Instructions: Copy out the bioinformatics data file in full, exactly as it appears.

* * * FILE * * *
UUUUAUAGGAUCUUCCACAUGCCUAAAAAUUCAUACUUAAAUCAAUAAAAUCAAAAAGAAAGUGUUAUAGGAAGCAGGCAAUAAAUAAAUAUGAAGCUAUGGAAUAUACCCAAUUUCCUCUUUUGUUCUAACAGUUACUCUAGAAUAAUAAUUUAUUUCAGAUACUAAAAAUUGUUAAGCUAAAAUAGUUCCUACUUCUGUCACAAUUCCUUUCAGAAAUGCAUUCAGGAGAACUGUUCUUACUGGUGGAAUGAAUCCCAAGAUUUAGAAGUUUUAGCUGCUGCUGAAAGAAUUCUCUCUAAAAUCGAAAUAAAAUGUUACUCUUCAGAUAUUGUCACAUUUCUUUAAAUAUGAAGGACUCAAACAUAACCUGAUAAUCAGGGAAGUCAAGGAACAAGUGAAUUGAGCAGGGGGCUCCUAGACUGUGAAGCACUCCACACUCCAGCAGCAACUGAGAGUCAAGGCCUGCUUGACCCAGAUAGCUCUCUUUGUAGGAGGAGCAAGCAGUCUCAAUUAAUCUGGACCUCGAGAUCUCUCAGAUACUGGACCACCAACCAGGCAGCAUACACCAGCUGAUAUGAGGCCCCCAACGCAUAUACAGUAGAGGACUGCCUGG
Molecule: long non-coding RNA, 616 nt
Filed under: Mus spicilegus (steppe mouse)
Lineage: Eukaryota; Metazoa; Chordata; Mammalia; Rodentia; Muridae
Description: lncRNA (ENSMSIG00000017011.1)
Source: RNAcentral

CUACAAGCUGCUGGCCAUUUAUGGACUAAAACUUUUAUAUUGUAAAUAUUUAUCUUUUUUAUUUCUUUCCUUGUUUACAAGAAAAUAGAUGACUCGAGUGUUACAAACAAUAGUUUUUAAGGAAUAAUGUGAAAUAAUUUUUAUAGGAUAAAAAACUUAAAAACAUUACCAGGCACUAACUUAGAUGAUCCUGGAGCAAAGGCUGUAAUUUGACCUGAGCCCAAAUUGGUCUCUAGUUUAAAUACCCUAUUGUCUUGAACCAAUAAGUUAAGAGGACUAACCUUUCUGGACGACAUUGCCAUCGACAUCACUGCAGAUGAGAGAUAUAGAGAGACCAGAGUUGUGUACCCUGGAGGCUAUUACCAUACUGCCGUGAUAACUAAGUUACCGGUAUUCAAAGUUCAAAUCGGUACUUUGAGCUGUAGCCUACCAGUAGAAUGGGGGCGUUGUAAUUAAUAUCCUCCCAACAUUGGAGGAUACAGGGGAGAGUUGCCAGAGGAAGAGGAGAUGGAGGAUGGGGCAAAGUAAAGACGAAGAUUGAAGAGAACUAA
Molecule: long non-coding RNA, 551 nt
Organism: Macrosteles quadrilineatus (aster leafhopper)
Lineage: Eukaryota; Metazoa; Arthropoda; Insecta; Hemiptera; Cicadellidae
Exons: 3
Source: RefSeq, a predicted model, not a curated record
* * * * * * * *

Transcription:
UUUUAUAGGAUCUUCCACAUGCCUAAAAAUUCAUACUUAAAUCAAUAAAAUCAAAAAGAAAGUGUUAUAGGAAGCAGGCAAUAAAUAAAUAUGAAGCUAUGGAAUAUACCCAAUUUCCUCUUUUGUUCUAACAGUUACUCUAGAAUAAUAAUUUAUUUCAGAUACUAAAAAUUGUUAAGCUAAAAUAGUUCCUACUUCUGUCACAAUUCCUUUCAGAAAUGCAUUCAGGAGAACUGUUCUUACUGGUGGAAUGAAUCCCAAGAUUUAGAAGUUUUAGCUGCUGCUGAAAGAAUUCUCUCUAAAAUCGAAAUAAAAUGUUACUCUUCAGAUAUUGUCACAUUUCUUUAAAUAUGAAGGACUCAAACAUAACCUGAUAAUCAGGGAAGUCAAGGAACAAGUGAAUUGAGCAGGGGGCUCCUAGACUGUGAAGCACUCCACACUCCAGCAGCAACUGAGAGUCAAGGCCUGCUUGACCCAGAUAGCUCUCUUUGUAGGAGGAGCAAGCAGUCUCAAUUAAUCUGGACCUCGAGAUCUCUCAGAUACUGGACCACCAACCAGGCAGCAUACACCAGCUGAUAUGAGGCCCCCAACGCAUAUACAGUAGAGGACUGCCUGG
Molecule: long non-coding RNA, 616 nt
Filed under: Mus spicilegus (steppe mouse)
Lineage: Eukaryota; Metazoa; Chordata; Mammalia; Rodentia; Muridae
Description: lncRNA (ENSMSIG00000017011.1)
Source: RNAcentral

CUACAAGCUGCUGGCCAUUUAUGGACUAAAACUUUUAUAUUGUAAAUAUUUAUCUUUUUUAUUUCUUUCCUUGUUUACAAGAAAAUAGAUGACUCGAGUGUUACAAACAAUAGUUUUUAAGGAAUAAUGUGAAAUAAUUUUUAUAGGAUAAAAAACUUAAAAACAUUACCAGGCACUAACUUAGAUGAUCCUGGAGCAAAGGCUGUAAUUUGACCUGAGCCCAAAUUGGUCUCUAGUUUAAAUACCCUAUUGUCUUGAACCAAUAAGUUAAGAGGACUAACCUUUCUGGACGACAUUGCCAUCGACAUCACUGCAGAUGAGAGAUAUAGAGAGACCAGAGUUGUGUACCCUGGAGGCUAUUACCAUACUGCCGUGAUAACUAAGUUACCGGUAUUCAAAGUUCAAAUCGGUACUUUGAGCUGUAGCCUACCAGUAGAAUGGGGGCGUUGUAAUUAAUAUCCUCCCAACAUUGGAGGAUACAGGGGAGAGUUGCCAGAGGAAGAGGAGAUGGAGGAUGGGGCAAAGUAAAGACGAAGAUUGAAGAGAACUAA
Molecule: long non-coding RNA, 551 nt
Organism: Macrosteles quadrilineatus (aster leafhopper)
Lineage: Eukaryota; Metazoa; Arthropoda; Insecta; Hemiptera; Cicadellidae
Exons: 3
Source: RefSeq, a predicted model, not a curated record